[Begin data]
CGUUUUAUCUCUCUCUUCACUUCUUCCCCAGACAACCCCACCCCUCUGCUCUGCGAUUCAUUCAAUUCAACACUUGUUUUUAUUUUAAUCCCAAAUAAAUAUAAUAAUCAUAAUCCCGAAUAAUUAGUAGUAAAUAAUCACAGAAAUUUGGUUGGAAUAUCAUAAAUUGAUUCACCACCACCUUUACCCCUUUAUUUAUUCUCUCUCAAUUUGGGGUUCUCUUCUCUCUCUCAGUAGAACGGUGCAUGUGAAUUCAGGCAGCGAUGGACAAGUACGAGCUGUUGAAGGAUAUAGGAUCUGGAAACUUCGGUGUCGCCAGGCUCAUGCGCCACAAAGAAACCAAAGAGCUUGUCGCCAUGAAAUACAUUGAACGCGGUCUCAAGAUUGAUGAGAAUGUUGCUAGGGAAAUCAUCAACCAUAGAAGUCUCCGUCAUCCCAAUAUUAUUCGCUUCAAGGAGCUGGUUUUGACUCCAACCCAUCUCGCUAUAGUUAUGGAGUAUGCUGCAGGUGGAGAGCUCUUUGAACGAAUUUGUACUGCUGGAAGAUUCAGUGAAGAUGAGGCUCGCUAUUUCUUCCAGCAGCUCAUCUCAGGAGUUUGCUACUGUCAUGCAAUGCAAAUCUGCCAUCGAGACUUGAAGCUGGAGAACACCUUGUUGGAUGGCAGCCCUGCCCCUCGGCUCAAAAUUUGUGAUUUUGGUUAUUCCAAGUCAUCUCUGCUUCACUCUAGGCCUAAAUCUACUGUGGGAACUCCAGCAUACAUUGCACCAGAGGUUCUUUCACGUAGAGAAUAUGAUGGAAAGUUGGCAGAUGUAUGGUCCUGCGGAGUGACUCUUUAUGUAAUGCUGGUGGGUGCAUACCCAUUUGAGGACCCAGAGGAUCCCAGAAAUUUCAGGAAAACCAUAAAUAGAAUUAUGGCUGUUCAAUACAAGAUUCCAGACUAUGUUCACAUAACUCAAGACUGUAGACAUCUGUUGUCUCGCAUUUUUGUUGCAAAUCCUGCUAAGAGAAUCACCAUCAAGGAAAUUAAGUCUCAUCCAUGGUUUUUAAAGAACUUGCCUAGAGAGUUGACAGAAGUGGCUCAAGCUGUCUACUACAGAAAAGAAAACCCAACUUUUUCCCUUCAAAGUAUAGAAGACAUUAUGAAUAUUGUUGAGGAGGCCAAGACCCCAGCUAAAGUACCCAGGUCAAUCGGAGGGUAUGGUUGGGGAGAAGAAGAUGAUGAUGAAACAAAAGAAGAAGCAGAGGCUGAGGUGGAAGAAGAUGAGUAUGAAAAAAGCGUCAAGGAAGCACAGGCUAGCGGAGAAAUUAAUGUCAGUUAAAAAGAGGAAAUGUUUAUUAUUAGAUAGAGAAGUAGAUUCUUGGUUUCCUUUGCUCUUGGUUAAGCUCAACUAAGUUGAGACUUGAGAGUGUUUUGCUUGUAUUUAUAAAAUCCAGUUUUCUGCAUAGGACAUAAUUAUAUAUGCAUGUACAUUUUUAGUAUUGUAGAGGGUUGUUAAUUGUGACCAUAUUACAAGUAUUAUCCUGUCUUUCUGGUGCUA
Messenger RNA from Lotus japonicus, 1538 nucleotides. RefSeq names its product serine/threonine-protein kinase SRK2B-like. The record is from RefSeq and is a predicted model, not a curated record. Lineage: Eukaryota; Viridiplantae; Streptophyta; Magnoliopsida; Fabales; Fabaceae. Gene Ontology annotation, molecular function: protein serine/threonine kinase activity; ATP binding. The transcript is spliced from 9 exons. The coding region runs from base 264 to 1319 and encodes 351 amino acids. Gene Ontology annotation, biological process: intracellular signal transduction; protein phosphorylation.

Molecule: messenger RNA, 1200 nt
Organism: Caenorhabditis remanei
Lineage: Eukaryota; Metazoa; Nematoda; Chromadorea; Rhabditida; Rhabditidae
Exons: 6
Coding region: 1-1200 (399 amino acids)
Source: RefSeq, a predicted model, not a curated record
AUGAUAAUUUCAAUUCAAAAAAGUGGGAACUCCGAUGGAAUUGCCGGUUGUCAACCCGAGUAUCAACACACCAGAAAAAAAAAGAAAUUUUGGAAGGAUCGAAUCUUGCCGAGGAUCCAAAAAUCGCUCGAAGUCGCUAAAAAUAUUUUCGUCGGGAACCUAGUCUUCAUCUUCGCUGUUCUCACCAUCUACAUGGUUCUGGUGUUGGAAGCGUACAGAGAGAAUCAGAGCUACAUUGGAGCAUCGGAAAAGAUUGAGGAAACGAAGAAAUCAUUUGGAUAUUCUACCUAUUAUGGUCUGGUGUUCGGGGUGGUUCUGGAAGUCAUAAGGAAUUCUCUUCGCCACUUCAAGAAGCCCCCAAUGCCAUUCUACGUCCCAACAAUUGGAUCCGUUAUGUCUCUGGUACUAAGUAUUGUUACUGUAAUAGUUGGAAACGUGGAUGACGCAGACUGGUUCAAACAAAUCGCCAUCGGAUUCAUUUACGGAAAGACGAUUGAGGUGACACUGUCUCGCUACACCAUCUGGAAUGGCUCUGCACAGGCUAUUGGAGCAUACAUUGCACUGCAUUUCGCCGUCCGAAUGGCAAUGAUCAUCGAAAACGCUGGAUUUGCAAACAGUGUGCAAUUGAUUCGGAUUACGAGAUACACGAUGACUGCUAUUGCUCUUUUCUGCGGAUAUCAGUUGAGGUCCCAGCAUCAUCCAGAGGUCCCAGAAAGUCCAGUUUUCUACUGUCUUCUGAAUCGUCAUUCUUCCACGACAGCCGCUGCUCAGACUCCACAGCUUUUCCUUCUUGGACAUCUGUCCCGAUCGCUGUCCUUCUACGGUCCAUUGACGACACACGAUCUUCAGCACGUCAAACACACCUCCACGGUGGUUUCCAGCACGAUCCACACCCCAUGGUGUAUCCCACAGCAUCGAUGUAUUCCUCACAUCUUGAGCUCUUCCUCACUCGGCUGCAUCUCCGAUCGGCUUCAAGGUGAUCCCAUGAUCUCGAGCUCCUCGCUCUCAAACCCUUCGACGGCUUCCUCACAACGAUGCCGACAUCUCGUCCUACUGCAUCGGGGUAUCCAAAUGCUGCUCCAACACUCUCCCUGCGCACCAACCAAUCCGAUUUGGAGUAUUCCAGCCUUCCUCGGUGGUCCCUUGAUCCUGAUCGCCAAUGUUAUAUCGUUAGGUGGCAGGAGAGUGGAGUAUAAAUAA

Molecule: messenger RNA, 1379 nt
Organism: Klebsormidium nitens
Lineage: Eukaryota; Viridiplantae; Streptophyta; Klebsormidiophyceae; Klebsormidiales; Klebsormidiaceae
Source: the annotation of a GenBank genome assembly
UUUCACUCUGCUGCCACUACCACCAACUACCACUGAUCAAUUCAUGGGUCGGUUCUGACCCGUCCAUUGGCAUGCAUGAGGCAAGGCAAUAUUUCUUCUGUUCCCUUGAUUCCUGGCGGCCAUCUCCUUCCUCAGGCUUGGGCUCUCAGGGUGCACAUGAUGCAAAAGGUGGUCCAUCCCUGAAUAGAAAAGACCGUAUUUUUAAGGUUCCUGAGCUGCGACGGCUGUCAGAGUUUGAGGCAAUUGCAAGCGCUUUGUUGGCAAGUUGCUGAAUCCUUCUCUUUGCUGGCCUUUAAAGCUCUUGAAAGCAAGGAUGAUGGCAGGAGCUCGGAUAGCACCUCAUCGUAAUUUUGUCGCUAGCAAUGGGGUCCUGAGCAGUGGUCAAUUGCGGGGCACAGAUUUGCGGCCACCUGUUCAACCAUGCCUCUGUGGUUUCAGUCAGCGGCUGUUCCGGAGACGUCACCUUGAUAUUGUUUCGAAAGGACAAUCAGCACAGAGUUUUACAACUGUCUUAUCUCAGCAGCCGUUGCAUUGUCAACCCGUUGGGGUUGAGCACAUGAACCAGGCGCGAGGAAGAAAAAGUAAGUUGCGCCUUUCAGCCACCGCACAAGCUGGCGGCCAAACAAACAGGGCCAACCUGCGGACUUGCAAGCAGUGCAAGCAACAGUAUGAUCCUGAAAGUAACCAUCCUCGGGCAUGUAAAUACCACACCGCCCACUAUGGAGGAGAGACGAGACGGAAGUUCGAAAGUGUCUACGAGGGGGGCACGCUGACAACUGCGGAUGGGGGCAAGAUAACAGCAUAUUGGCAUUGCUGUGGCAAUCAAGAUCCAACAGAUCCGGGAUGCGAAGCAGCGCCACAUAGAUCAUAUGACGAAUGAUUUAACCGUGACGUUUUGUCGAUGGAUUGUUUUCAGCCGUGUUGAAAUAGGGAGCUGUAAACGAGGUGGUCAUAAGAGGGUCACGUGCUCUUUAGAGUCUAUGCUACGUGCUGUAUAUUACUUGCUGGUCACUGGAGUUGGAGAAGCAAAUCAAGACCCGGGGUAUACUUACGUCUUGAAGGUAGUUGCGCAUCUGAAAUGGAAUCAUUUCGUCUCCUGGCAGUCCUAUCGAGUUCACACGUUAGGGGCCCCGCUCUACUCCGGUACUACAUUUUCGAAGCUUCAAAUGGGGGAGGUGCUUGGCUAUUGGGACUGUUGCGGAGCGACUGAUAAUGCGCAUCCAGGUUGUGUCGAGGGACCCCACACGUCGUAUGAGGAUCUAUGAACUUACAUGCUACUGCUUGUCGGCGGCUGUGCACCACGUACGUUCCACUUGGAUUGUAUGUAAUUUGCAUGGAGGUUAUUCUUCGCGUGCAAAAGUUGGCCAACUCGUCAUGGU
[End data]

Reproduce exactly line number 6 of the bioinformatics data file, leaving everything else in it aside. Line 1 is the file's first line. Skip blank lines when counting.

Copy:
Exons: 6